The Limits of Anonymity on

Not long after I began working here at Automattic, I transferred the vast majority of my personal sites over to (I keep a couple of sites for testing core stuff on an external host.) I did this because there are tremendous advantages to the platform, including what is amazing reliability, faster sites—especially compared to shared hosts, and some features that are unique to and don’t exist currently for core WordPress installations.

(My favorite of those features is Post by Email, and I actually have planned a series of posts talking about the nifty things you get by having your site at That’s another post or three, though.)

When I was using self-hosted WordPress to design and manage my sites, I was in complete control—or at least in full knowledge—of all of the data, including logs and database information. This meant that I had a pretty good understanding of what of my personal information was being kept, stored, or made available to my host and other parties.

When you’re on, you don’t have access to that information. We’re asked occasionally what information we keep or what personal information is available to someone if we are asked. This week, we published a support page that can be found here that spells out exactly what information we keep and how it can be divulged to third parties. I think this is a great thing to publish for the benefit of our users and to be up-front with them regarding their personal and identifying information.

To quote the support page, here’s the personally identifying information we keep:

We keep the following private data about sites and users:

  • The email address used to create a blog
  • The IP address from which the blog was created
  • The date and time when a blog was created
  • The IP addresses from which blog posts have been published
  • The email and IP addresses of anyone who has left a comment on a blog

Note that, as the article mentions, all of this data is bound by Automattic’s stated privacy policy. This is good.

However, it also means that is not a truly anonymous service. You should keep that in mind when you are signing up for the service and as you are using it. This information is enough to positively identify people in a lot of cases.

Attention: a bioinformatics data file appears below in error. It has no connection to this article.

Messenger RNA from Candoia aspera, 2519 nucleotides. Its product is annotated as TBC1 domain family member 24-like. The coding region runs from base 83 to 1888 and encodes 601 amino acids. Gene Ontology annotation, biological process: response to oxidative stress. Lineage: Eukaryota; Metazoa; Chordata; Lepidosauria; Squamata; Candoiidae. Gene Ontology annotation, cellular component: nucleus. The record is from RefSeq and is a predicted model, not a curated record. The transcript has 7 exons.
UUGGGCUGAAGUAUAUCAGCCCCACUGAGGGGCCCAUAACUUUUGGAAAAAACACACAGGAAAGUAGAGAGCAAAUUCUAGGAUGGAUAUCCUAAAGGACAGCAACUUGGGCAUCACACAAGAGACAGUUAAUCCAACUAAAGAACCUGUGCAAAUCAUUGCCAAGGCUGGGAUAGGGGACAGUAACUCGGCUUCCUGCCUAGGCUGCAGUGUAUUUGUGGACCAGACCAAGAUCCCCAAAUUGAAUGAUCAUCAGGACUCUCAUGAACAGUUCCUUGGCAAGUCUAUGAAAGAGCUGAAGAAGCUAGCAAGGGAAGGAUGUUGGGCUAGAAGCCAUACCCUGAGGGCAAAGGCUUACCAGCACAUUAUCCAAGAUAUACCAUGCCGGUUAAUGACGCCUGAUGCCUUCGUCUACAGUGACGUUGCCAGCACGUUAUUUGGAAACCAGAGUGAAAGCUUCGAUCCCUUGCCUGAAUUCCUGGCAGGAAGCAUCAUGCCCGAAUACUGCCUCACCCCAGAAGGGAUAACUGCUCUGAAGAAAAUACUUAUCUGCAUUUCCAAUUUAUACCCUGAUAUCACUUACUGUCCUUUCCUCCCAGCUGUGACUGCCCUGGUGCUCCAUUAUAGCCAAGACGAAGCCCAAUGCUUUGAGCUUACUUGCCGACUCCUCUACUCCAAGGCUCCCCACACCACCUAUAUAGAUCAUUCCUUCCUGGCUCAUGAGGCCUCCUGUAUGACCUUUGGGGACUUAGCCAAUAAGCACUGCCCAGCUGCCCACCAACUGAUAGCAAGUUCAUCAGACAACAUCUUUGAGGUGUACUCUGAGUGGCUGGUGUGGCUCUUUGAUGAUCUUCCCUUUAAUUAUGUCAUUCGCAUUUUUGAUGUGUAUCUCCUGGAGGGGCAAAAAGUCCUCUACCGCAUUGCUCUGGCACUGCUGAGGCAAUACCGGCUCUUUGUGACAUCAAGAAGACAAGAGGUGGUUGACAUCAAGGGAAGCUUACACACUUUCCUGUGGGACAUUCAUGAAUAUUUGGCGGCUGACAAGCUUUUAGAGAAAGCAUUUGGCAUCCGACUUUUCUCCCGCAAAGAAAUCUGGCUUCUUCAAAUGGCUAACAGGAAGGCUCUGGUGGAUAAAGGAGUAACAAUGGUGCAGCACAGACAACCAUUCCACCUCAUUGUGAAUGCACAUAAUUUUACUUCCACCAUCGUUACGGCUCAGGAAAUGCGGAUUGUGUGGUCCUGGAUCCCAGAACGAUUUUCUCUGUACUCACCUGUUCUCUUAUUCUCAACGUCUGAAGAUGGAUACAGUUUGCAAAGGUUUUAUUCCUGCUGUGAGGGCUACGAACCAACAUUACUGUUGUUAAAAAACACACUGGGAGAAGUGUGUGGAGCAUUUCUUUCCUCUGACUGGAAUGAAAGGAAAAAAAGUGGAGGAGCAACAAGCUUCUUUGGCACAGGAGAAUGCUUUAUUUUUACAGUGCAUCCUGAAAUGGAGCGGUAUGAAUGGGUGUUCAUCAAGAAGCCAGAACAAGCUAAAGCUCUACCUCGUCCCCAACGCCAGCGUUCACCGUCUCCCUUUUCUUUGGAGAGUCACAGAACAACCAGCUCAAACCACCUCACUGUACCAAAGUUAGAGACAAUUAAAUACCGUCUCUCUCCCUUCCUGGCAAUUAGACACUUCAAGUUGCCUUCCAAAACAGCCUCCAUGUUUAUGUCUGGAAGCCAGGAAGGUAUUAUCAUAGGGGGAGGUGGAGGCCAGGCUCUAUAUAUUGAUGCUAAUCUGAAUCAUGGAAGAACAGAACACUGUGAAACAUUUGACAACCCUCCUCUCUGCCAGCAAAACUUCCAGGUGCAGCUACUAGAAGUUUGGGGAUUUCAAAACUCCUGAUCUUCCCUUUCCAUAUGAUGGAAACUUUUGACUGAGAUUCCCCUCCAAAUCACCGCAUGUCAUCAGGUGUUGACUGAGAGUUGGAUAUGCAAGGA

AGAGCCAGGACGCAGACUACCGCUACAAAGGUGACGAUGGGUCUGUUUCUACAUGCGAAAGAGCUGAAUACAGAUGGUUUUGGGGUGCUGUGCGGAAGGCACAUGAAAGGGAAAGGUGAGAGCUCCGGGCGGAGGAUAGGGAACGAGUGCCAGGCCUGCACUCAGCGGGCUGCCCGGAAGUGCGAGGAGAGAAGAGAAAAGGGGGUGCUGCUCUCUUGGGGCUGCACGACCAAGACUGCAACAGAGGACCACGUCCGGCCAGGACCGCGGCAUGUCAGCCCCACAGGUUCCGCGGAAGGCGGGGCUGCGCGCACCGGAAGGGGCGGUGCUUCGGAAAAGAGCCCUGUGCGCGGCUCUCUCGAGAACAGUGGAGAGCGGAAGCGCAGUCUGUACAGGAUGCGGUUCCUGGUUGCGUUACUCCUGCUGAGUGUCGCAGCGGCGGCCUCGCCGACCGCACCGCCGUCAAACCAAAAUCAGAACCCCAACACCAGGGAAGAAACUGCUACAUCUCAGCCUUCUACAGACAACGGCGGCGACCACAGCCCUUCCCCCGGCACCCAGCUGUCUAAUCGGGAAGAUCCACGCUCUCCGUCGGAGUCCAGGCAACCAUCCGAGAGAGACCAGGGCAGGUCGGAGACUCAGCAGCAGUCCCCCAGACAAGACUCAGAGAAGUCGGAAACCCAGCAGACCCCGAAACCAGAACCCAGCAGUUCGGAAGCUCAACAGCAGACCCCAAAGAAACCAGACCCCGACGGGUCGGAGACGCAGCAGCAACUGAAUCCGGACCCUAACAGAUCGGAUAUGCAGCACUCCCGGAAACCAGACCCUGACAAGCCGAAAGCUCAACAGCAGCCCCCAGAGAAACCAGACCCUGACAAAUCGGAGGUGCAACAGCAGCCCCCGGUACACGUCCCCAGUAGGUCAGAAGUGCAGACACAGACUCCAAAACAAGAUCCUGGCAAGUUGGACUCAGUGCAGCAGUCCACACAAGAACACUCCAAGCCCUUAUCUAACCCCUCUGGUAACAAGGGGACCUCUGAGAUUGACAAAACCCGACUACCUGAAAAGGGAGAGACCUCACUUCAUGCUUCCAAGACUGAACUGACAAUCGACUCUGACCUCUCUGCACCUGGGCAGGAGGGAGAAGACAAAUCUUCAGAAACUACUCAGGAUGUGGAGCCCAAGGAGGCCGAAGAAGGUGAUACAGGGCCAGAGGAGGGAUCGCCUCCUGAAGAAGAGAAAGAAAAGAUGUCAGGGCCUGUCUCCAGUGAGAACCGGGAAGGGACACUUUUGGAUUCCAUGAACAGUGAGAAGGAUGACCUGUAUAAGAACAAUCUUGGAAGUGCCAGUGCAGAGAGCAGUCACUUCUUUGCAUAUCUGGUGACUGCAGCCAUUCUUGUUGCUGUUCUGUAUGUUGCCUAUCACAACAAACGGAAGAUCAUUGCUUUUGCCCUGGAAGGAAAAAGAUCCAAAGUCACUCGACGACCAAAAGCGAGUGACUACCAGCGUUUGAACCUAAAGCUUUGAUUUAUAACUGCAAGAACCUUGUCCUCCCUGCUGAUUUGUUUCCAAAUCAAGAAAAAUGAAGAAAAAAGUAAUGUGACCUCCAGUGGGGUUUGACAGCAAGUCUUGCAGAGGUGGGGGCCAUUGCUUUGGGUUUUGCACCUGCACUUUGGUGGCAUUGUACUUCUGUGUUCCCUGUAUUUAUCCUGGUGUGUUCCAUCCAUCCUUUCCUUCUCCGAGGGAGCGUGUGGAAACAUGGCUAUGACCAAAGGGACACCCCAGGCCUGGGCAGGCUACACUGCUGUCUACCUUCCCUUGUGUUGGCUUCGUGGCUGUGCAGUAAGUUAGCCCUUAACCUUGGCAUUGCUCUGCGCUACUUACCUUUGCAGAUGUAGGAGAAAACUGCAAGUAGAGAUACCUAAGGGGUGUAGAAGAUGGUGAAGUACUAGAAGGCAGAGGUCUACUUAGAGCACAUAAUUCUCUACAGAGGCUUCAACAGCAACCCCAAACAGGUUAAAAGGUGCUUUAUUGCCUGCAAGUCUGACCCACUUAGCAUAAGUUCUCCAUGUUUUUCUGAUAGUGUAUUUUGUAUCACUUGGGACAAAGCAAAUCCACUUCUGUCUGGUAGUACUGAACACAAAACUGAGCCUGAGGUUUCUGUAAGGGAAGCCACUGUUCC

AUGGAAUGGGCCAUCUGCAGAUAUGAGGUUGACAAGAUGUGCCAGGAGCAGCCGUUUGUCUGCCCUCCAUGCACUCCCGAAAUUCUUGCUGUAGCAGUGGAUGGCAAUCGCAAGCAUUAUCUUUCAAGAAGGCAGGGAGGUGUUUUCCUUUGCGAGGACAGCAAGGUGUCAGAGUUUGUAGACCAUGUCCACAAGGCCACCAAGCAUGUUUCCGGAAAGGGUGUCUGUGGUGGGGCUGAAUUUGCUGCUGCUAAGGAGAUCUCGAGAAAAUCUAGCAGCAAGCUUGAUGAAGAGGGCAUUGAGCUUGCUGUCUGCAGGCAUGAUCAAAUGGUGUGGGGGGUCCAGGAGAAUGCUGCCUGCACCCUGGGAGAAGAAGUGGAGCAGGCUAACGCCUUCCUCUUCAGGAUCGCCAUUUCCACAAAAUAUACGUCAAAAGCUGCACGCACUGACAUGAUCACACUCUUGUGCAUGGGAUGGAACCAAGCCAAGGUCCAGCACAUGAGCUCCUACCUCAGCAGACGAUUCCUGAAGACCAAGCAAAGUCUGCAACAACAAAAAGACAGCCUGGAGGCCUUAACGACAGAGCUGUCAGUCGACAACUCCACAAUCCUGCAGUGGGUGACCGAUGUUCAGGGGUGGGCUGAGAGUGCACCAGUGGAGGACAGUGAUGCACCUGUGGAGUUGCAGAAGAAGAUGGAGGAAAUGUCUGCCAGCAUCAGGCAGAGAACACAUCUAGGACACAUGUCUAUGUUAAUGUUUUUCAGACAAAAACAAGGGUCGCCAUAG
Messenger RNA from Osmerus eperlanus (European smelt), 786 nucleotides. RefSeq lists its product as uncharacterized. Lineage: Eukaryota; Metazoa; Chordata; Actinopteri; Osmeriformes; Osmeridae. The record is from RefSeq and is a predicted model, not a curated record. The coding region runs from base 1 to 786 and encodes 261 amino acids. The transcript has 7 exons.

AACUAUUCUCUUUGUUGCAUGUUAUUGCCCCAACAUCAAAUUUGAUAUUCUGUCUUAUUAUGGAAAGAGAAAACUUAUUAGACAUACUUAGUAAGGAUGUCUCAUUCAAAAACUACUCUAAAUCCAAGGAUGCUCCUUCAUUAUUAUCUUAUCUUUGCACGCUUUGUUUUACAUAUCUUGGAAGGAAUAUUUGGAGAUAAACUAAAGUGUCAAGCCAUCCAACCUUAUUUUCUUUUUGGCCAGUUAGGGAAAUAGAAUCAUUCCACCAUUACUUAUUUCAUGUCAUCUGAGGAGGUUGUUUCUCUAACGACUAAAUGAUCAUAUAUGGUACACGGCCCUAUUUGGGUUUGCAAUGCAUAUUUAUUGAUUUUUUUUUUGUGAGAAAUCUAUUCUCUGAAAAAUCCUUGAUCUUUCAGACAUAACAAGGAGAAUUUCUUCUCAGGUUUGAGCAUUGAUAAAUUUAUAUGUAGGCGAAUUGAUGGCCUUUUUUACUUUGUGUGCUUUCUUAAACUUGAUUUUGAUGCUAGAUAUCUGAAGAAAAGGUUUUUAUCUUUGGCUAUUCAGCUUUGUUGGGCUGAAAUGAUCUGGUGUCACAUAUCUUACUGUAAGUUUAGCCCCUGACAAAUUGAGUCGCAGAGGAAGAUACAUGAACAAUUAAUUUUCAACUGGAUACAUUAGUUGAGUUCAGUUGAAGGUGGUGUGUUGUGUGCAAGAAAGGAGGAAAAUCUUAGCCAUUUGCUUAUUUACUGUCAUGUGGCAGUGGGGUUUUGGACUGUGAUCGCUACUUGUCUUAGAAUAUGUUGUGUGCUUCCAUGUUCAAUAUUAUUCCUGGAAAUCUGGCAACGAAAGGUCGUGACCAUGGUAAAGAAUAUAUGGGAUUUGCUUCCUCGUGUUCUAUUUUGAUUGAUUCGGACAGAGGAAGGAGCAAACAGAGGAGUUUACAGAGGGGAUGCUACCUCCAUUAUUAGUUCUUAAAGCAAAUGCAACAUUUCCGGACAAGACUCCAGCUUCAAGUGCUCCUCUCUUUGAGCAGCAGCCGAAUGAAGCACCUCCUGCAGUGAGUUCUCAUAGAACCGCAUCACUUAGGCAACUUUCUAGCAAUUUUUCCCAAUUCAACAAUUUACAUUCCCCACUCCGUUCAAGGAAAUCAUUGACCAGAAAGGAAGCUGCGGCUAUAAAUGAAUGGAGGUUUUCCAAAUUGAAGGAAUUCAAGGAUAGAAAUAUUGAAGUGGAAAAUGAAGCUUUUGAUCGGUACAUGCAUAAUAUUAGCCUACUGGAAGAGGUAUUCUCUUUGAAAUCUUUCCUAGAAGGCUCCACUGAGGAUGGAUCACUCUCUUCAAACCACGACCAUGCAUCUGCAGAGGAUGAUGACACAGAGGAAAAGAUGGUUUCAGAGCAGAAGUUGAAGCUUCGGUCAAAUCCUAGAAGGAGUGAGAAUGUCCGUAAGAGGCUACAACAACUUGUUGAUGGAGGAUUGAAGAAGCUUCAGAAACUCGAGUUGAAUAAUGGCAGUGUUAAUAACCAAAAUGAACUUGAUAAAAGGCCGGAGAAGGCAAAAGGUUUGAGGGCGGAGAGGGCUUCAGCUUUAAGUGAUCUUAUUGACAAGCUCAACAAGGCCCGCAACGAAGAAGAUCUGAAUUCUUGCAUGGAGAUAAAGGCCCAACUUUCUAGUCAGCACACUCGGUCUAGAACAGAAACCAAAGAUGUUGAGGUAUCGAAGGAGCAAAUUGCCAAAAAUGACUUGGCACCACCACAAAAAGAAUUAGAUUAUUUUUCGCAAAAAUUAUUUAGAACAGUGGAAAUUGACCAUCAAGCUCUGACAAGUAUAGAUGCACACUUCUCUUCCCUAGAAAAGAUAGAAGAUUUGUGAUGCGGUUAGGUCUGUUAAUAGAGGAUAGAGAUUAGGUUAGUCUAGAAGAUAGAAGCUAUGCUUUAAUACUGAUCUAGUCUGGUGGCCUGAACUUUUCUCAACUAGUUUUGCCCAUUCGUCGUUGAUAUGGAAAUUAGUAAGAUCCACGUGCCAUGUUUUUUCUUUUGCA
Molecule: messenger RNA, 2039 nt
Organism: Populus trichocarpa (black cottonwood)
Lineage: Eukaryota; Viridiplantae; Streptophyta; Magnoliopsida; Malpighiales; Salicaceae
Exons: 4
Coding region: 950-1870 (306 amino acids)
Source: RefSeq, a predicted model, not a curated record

This is a lot less information than most service providers collect. For myself, on my self-hosted site on a shared host, I know that at least the following is collected on my activities:

  • My name, billing address, and credit card number
  • The access logs whenever I would FTP or SSH into the site, and likely most actions performed there as well
  • Access logs, including IP addresses, from all users who visited my site
  • My personal information required for WHOIS (and purchasing private registration is not a shield, but without it this information is even publicly available)

Remember that to a court, this information is fair game. It can be subpoenaed or ordered to be turned over by a judge if someone has good cause to request it—and in a lot of cases, providers of the services you use may not tell you the full extent of what they collect or the details behind this information. This is why I’m personally quite happy that we published this support page, to put the information in your hands and help you make an informed decision when choosing whether to use our services at

(As I mentioned above, I’ll try to give you some more really awesome reasons why you should join us in future posts.)

5 comments on “The Limits of Anonymity on

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  1. But you can anonymize all of those things rather easily. As long as you don’t buy any upgrades, you can be pretty invisible if you know what you’re doing.

  2. Very interesting information. Do you know how long WordPress keeps a record of the IP addresses from which blog posts have been published? Is it forever, or is it just the most recent X period of time (e.g. last 3 months).

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